Since 2011, the Republic of the Sudan has been in a state of economic turmoil, edging towards a collapse. As a consequence of the secession of South Sudan in 2011, the Republic of Sudan lost three quarters of its oil production. This loss precipitated political turmoil, which after nearly a decade resulted in a military coup d’état and the ouster of then-President Omar al-Bashir in April 2019. The Bashir administration had implemented emergency economic measures, cutting subsidies down to living essentials, which triggered a series of widespread protests that drove the army to intervene. A Transitional Military Council (TMC) then assumed control of the government, and was met with demands for a civilian government by the Forces of Freedom and Change (FFC), a coalition of civilian organizations which have been staging acts of civil disobedience in the pursuit of a civilian-led government, free of the influence of the previous president.
Though the terms for the formation of a joint military and civilian transitional government have been agreed upon, the negotiations between the TMC and FFC have been fraught with tension and tragedy. The most salient example is the June 3rd massacre of protesters by TMC forces, which was met with international condemnation. Currently, the military and civilian constituents have agreed to an approximately three-year transition period, during which military and civilian representatives will share governing authority. A sovereign council, cabinet, and legislative body will be comprised of military and civilian nominees, a prime minister will be elected by the pro-democracy movement, ministers of defense and interior will be elected by the military, and other positions will similarly be split between pro-democracy and military representatives. This governing body will pave the way for democratic elections at the end of the transitional period.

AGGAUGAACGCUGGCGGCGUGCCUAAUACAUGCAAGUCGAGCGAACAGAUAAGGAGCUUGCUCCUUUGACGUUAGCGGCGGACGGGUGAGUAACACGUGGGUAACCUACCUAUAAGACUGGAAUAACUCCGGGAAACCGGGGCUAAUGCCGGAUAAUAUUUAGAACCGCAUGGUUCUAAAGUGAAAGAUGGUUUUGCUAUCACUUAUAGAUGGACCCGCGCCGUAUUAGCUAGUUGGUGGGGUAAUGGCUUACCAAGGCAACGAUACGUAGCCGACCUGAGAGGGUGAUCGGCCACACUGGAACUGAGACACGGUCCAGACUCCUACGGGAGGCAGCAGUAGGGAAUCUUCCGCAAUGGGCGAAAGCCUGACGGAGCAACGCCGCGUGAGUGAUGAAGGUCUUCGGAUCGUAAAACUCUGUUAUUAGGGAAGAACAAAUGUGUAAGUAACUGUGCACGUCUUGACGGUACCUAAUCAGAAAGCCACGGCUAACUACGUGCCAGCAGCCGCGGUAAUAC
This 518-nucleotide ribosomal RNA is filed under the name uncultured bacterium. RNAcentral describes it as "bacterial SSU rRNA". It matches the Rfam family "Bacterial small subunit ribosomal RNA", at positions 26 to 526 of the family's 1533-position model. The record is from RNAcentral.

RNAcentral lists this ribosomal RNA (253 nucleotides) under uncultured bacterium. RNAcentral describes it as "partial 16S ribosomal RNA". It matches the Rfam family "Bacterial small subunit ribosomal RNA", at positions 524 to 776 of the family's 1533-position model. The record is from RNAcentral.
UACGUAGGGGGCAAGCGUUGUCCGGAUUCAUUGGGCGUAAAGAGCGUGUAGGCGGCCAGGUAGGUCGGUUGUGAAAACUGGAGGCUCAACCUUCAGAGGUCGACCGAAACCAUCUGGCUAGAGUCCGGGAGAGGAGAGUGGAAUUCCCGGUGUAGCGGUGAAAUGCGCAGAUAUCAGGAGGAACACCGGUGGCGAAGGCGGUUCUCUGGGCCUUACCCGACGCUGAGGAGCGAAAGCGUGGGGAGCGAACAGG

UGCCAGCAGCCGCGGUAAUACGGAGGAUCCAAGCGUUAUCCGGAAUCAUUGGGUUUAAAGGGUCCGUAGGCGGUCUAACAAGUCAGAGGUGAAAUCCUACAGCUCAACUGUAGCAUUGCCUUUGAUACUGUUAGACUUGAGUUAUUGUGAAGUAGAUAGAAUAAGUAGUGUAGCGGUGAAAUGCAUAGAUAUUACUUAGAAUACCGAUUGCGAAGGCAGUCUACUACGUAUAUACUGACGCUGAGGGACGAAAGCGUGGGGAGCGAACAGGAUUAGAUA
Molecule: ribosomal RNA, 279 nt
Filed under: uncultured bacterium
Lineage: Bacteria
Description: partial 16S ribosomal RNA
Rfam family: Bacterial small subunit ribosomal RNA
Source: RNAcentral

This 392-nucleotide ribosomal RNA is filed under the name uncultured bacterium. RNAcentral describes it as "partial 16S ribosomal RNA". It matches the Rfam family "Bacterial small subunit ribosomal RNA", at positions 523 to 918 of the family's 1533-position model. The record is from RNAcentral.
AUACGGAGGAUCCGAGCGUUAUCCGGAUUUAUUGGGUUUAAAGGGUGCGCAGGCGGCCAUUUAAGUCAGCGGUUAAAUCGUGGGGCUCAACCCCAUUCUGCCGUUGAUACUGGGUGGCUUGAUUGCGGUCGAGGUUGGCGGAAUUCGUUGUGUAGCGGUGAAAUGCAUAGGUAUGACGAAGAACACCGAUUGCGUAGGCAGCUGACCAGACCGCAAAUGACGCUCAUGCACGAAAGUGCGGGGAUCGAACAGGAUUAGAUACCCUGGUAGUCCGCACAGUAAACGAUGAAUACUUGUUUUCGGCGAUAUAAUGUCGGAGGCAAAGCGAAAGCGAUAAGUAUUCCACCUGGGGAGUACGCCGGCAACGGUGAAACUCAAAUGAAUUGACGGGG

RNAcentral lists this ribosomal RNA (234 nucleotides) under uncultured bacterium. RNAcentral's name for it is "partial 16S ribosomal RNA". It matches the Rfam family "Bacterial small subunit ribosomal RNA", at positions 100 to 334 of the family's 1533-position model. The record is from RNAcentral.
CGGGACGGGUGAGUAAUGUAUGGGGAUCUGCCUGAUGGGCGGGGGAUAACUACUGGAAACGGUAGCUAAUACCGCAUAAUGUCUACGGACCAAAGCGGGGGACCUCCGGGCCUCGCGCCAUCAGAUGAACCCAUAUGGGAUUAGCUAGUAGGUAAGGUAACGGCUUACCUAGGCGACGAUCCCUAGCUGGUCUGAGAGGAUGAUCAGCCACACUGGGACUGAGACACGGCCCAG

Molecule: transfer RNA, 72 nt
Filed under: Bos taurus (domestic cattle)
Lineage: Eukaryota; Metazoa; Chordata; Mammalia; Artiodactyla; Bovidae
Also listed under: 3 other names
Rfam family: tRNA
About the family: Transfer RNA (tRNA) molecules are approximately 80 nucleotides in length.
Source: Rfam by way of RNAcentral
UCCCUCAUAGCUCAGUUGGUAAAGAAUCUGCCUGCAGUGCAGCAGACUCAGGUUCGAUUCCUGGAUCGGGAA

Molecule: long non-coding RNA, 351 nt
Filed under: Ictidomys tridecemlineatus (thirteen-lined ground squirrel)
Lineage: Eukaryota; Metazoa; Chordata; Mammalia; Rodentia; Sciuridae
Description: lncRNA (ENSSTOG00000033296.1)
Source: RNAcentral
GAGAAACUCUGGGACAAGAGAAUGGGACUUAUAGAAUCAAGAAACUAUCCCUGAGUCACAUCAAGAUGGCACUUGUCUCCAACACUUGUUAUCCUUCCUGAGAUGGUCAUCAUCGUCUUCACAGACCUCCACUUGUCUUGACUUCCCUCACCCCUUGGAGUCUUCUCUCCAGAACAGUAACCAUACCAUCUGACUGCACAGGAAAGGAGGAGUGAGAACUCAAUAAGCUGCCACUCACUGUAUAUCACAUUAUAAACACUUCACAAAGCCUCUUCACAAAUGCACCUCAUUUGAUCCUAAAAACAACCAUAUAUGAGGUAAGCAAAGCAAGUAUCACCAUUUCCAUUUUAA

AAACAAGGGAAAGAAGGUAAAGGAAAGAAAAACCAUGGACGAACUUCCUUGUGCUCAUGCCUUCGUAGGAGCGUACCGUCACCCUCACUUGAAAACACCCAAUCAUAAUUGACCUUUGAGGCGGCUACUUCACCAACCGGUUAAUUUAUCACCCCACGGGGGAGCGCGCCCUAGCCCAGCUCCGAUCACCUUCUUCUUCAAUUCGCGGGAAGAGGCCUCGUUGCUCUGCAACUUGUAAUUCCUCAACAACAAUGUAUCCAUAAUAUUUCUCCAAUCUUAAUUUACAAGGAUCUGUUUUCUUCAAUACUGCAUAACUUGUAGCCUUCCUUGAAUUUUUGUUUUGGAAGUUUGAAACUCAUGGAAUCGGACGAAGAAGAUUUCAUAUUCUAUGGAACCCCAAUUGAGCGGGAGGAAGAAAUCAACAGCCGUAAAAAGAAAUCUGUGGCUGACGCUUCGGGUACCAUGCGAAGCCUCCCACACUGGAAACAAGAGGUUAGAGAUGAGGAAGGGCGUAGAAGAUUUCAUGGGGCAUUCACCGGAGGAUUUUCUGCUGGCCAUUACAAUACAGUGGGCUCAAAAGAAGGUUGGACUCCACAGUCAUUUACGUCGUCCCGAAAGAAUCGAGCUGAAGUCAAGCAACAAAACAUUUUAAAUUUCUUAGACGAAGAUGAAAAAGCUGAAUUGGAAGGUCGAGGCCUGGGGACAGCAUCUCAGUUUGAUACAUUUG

The political situation in Sudan, having been precipitated by years of economic and domestic turmoil, is still fragile. The economic future of Sudan in part depends on its relationships with international bodies, which have been tenuous. Heavy sanctions from abroad have hampered its ability to grow economically, and domestic military conflicts in South Kordofan and the Blue Nile regions, which have displaced millions, continue to raise questions regarding human rights abuses. International support to the region, in terms of both humanitarian aid and peacekeeper presence, remains minimal, with Sudanese officials themselves calling for the withdrawal of peacekeeping forces by 2020. Intermittent armed clashes in the South Kordofan, Darfur, and Blue Nile regions remain a constant threat to human rights and political stability in the country. The effects of these domestic crises ripple outward into challenges for Sudan on the international stage, as it attempts to recover economically in the face of damaged relations with the African Union (following the June 3rd massacre), and broader international bodies. Any plan for resolving the Sudan crisis must address all of these multifarious concerns.